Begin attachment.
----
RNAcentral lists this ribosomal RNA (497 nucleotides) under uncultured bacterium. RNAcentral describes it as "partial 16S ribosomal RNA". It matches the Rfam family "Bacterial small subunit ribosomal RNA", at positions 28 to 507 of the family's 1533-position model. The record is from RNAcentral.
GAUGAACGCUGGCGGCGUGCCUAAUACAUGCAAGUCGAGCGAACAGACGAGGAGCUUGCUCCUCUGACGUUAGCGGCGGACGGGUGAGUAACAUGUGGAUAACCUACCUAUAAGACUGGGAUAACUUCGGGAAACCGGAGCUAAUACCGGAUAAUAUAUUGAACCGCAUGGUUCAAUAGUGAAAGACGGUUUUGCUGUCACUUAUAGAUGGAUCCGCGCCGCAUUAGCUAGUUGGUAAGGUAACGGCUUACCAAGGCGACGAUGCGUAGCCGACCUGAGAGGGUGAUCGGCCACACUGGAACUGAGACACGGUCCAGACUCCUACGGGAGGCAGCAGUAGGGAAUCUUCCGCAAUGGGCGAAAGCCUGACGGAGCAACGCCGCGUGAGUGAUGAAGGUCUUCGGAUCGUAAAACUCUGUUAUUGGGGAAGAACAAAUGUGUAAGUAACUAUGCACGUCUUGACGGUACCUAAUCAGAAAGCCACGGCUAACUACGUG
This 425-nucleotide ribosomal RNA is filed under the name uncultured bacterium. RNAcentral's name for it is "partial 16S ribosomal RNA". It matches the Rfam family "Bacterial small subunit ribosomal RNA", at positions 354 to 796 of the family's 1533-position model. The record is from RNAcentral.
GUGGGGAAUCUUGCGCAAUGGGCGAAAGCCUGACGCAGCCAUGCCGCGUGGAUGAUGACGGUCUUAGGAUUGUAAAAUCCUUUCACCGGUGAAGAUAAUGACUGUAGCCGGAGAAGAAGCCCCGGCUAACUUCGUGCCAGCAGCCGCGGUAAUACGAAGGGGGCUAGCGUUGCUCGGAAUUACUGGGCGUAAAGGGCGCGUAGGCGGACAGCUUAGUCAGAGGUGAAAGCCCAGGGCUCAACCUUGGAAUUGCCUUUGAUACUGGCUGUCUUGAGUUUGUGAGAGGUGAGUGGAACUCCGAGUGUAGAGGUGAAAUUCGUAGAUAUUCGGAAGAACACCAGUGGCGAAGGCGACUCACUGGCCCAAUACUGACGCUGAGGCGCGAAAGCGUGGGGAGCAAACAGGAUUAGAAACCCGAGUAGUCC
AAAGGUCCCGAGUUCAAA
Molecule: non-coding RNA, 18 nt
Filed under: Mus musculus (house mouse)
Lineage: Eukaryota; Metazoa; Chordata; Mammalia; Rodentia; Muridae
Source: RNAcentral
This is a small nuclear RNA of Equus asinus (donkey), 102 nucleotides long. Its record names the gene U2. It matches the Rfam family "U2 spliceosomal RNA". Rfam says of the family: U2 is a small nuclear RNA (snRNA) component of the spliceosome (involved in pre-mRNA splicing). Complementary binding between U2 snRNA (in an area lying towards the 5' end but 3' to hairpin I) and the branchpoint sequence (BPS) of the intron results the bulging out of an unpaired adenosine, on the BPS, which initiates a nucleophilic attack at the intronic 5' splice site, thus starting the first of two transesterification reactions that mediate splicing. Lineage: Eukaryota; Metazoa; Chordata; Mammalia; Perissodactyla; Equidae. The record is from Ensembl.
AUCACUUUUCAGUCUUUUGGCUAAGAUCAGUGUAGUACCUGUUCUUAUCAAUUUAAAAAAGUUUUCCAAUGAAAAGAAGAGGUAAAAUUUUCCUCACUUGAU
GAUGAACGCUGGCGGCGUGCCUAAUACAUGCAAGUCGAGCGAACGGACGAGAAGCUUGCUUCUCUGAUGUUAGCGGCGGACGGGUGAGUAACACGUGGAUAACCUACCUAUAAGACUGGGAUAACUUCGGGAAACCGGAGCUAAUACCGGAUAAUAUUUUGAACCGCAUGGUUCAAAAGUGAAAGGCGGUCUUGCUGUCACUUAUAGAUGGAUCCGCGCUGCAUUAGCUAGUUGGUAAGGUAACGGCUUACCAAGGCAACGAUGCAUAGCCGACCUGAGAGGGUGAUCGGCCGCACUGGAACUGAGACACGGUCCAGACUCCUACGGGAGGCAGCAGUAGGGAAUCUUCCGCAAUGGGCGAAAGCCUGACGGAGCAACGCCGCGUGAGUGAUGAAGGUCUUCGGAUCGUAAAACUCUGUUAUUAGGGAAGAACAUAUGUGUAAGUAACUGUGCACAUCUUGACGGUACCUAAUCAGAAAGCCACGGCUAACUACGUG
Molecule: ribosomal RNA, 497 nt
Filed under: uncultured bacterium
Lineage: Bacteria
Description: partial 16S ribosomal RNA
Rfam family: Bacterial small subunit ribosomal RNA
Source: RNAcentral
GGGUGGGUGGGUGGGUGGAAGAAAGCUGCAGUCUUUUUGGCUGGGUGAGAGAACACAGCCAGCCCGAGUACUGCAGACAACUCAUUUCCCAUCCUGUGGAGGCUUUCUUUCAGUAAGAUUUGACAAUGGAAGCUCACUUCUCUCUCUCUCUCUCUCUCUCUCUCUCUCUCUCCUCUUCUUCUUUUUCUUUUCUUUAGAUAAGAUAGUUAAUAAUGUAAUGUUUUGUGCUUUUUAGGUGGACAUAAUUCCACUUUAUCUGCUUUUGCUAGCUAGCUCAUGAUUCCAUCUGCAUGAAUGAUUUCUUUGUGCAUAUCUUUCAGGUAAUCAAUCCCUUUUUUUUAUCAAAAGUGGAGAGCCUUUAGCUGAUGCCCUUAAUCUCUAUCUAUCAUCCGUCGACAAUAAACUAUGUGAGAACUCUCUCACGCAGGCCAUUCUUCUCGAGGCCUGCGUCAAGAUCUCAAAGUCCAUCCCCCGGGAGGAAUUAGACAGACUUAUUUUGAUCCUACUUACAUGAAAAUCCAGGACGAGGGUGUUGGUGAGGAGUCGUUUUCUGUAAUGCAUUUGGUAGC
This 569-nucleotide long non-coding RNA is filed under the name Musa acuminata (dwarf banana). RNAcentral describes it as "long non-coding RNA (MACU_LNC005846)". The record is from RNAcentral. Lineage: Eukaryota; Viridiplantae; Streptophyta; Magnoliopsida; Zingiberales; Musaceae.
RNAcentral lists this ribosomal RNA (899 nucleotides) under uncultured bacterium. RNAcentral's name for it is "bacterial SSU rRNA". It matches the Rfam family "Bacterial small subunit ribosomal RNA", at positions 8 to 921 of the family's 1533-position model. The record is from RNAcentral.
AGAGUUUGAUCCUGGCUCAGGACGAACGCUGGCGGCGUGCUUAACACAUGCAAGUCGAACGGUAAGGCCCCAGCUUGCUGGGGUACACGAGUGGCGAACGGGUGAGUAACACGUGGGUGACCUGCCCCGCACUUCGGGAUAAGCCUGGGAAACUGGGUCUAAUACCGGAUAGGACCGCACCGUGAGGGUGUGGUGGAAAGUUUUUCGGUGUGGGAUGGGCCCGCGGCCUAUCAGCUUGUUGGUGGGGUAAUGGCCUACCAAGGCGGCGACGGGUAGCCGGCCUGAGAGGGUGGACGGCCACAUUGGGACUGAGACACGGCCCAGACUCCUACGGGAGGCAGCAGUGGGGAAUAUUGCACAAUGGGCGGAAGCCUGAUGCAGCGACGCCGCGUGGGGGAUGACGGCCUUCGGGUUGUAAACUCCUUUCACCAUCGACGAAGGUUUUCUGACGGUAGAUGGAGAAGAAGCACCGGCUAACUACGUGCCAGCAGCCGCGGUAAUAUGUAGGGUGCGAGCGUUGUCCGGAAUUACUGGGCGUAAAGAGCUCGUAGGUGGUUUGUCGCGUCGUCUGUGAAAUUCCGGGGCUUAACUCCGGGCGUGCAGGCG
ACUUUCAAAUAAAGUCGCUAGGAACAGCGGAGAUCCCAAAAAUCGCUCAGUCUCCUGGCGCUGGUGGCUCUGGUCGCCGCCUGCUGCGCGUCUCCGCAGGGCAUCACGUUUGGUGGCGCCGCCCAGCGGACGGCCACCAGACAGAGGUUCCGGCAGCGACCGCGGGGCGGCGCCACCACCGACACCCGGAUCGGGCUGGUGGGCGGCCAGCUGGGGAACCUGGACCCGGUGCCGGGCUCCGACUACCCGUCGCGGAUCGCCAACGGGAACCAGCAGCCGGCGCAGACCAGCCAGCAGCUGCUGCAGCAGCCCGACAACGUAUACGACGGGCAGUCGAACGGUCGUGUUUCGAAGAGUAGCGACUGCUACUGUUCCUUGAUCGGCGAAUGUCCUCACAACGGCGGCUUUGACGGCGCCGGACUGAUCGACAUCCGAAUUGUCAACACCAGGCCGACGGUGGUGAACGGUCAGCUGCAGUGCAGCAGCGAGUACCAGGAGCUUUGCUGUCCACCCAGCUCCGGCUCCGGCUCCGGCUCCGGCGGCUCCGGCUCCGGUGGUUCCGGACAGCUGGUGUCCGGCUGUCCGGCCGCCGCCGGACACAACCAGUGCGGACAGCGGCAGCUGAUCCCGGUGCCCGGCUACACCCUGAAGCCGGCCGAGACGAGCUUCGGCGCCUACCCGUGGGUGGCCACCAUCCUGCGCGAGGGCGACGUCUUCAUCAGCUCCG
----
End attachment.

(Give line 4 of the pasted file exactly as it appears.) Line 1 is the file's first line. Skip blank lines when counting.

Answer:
GUGGGGAAUCUUGCGCAAUGGGCGAAAGCCUGACGCAGCCAUGCCGCGUGGAUGAUGACGGUCUUAGGAUUGUAAAAUCCUUUCACCGGUGAAGAUAAUGACUGUAGCCGGAGAAGAAGCCCCGGCUAACUUCGUGCCAGCAGCCGCGGUAAUACGAAGGGGGCUAGCGUUGCUCGGAAUUACUGGGCGUAAAGGGCGCGUAGGCGGACAGCUUAGUCAGAGGUGAAAGCCCAGGGCUCAACCUUGGAAUUGCCUUUGAUACUGGCUGUCUUGAGUUUGUGAGAGGUGAGUGGAACUCCGAGUGUAGAGGUGAAAUUCGUAGAUAUUCGGAAGAACACCAGUGGCGAAGGCGACUCACUGGCCCAAUACUGACGCUGAGGCGCGAAAGCGUGGGGAGCAAACAGGAUUAGAAACCCGAGUAGUCC